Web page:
The Chilliwack Chiefs have had several great defensemen during their BC Hockey League history.
Chilliwack’s legendary coach Harvey Smyl, who was behind the Chiefs bench for all but 10 of the team’s 31 seasons, was known for having big, hard-nosed defensemen with a sprinkling of offensive blueliners to compliment them.
Truth be told, the ultimate defender for the Chiefs for the longest time was the original Chilliwack Coliseum.
Hodgins came to the Chiefs in an offseason trade with the Victoria Warriors before the 1993-94 season. The Duncan, BC native accumulated 38 goals and 95 assists for 133 points in three seasons in Chilliwack. Hodgins helped the Chiefs win the 1995 BCHL championship as the team’s leading scorer on defense.
After Chilliwack, Hodgins played four years at Michigan State University, posting 70 points. He then played 15 games with the New Orleans Brass in the ECHL and notched a goal and seven assists.
Nichols came to the Chiefs in 1995-96 and got into one game without gaining a point. The following season of 1996-97, Nichols cracked the lineup and contributed eight goals and 24 assists for 32 points.
1997-98 was a breakout year for Nichols, leading the Chiefs defensemen in scoring with 14 goals and 33 assists for 47 points. The Chilliwack native led the Chiefs defense in scoring again in 1998-99 with 18 goals and 34 assists for 52 points, helping them get to the BCHL finals in a losing effort to the Vernon Vipers.
Following his final year in Chilliwack, Nichols signed a pro contract with the Tilburg Trappers in the Netherlands Professional League. In the Dutch league, Nichols put up 92 points over four seasons.
In 2003-04, Nichols jumped over and played for the Heerenveen Flyers. He led the Flyers defense in scoring in all four seasons and put up a total of 153 points. Nichols returned to Tilberg for a second stint for two more seasons, leading the Trappers defense in scoring in each.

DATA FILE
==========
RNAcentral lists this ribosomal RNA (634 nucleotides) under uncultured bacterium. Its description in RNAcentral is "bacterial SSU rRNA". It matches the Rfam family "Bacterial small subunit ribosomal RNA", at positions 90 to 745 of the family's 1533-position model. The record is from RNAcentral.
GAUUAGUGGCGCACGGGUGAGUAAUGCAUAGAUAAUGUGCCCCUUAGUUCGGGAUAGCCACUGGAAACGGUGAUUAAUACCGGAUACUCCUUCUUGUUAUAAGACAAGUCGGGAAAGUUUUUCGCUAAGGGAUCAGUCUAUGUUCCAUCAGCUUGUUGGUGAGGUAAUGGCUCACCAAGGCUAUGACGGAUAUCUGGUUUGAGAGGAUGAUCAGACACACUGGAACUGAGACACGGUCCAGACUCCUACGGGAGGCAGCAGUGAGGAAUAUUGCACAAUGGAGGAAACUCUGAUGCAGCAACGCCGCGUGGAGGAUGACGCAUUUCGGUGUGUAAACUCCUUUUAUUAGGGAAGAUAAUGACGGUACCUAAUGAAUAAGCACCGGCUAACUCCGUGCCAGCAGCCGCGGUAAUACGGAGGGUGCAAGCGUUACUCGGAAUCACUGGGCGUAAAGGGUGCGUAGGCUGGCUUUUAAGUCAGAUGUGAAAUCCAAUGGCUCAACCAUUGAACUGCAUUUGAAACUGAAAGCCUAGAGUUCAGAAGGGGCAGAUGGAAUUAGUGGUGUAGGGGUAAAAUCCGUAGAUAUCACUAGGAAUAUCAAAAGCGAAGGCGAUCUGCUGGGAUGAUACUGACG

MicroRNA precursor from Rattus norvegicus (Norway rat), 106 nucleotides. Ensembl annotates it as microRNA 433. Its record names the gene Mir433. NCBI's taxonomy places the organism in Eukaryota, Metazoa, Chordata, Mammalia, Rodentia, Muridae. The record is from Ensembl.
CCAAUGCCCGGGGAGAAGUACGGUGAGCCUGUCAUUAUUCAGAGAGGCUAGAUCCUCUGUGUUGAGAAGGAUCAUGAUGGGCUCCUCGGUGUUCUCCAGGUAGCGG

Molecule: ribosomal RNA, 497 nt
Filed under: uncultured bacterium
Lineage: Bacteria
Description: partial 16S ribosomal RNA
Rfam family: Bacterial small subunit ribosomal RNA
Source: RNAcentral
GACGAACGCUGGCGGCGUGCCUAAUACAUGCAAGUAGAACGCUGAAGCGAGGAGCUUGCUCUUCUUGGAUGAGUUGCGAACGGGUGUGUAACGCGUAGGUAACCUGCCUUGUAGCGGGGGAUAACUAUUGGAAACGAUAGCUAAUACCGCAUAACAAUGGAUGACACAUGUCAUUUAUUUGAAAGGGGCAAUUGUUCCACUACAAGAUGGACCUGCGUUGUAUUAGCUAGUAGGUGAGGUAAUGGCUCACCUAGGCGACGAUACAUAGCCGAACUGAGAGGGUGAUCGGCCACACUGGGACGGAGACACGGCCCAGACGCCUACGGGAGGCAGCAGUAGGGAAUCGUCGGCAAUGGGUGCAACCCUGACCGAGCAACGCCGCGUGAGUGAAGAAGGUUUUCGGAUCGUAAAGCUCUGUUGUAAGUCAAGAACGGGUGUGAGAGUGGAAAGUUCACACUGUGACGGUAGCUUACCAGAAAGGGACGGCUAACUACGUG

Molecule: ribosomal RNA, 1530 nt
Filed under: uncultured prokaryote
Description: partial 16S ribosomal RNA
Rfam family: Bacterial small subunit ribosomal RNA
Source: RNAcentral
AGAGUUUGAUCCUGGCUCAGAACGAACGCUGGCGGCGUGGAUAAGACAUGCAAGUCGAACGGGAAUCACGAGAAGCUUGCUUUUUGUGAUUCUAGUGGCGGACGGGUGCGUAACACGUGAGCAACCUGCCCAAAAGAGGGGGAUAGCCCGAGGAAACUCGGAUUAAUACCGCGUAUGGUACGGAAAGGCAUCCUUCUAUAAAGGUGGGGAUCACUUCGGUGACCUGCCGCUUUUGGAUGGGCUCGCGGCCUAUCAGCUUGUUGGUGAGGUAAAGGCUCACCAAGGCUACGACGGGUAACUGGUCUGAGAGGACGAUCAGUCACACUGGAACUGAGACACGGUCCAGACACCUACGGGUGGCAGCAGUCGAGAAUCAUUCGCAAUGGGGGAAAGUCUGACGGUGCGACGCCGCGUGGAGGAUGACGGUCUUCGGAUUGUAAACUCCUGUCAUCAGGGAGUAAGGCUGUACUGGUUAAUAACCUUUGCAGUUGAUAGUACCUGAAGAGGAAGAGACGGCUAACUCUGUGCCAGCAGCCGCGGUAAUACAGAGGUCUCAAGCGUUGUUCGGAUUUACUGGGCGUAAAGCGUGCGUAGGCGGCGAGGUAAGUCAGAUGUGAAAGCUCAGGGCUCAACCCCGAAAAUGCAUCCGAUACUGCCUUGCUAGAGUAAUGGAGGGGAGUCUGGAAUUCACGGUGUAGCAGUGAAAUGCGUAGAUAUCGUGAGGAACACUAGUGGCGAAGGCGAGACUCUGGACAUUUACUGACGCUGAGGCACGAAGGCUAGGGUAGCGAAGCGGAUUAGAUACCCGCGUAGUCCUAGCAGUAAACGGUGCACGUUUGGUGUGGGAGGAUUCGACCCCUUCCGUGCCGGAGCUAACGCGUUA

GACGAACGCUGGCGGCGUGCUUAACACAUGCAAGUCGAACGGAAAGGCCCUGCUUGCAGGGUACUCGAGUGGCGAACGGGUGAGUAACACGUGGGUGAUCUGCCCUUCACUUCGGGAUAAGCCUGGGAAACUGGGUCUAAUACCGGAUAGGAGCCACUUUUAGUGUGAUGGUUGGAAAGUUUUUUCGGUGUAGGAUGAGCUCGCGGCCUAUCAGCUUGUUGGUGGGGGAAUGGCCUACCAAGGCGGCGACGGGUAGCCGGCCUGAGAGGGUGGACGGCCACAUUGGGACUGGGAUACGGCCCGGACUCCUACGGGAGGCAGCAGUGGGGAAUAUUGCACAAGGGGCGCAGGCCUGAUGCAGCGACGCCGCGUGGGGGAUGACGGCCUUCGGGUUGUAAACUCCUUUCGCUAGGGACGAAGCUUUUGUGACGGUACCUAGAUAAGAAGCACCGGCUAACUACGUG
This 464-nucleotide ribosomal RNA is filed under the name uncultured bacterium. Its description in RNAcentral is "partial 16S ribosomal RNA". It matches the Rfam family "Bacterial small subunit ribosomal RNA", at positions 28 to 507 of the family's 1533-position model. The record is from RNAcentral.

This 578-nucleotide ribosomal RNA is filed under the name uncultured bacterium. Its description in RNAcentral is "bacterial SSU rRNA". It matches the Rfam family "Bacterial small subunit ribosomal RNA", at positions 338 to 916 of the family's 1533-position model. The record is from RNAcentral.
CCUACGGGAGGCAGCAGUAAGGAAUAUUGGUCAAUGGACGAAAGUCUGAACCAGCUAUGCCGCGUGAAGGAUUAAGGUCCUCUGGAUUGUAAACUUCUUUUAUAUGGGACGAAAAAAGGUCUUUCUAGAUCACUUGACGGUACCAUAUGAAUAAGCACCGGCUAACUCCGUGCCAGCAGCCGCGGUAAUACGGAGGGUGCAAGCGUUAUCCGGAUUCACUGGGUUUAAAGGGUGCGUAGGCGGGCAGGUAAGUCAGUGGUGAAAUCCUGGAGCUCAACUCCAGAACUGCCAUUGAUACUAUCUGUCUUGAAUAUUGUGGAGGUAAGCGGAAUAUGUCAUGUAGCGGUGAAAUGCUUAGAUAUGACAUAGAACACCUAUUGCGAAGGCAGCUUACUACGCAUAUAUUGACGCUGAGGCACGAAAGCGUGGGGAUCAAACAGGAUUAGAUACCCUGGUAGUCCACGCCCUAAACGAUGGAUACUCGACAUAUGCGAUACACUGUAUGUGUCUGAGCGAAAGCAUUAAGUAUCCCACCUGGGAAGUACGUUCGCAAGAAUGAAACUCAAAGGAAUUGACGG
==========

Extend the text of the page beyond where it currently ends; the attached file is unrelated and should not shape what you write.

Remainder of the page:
Nichols played one season with The Hague HYS before spending two seasons in Italy. He then returned to Holland and Tilberg for one season. Nichols played two seasons more in the top tier of the Dutch league with Dordecht and Eindhoven.
In the 2015-16 season, Nichols dropped down and played for the Tilberg Trappers II in the BeNeLiga (Second Divison) for two years before taking the 2017-18 season off. Nichols returned to the Tilberg Trappers II this past season, putting up 27 points in 13 games.
DeMoissac came to the Chiefs in 1994-95 in a deal with the Fort Saskatchewan Traders of the Alberta Junior Hockey League. In his first season in Chilliwack, deMoissac added three goals and nine assists for 12 points, helping the Chiefs to their first BCHL championship.
The following season, deMoissac chipped in with 21 points. In 1996-97, de Moissac only played in 43 games due to injury and scored 18 points.
For 1997-98, the St. Paul, Alberta native was named Chiefs captain and led by example with 33 points in his final season of junior hockey.
Following Chilliwack, deMoissac played three years at Red Deer College. Today he is an assistant coach with the St. Paul Canadians junior B team, alongside another Chiefs alumnus, Shawn Germain.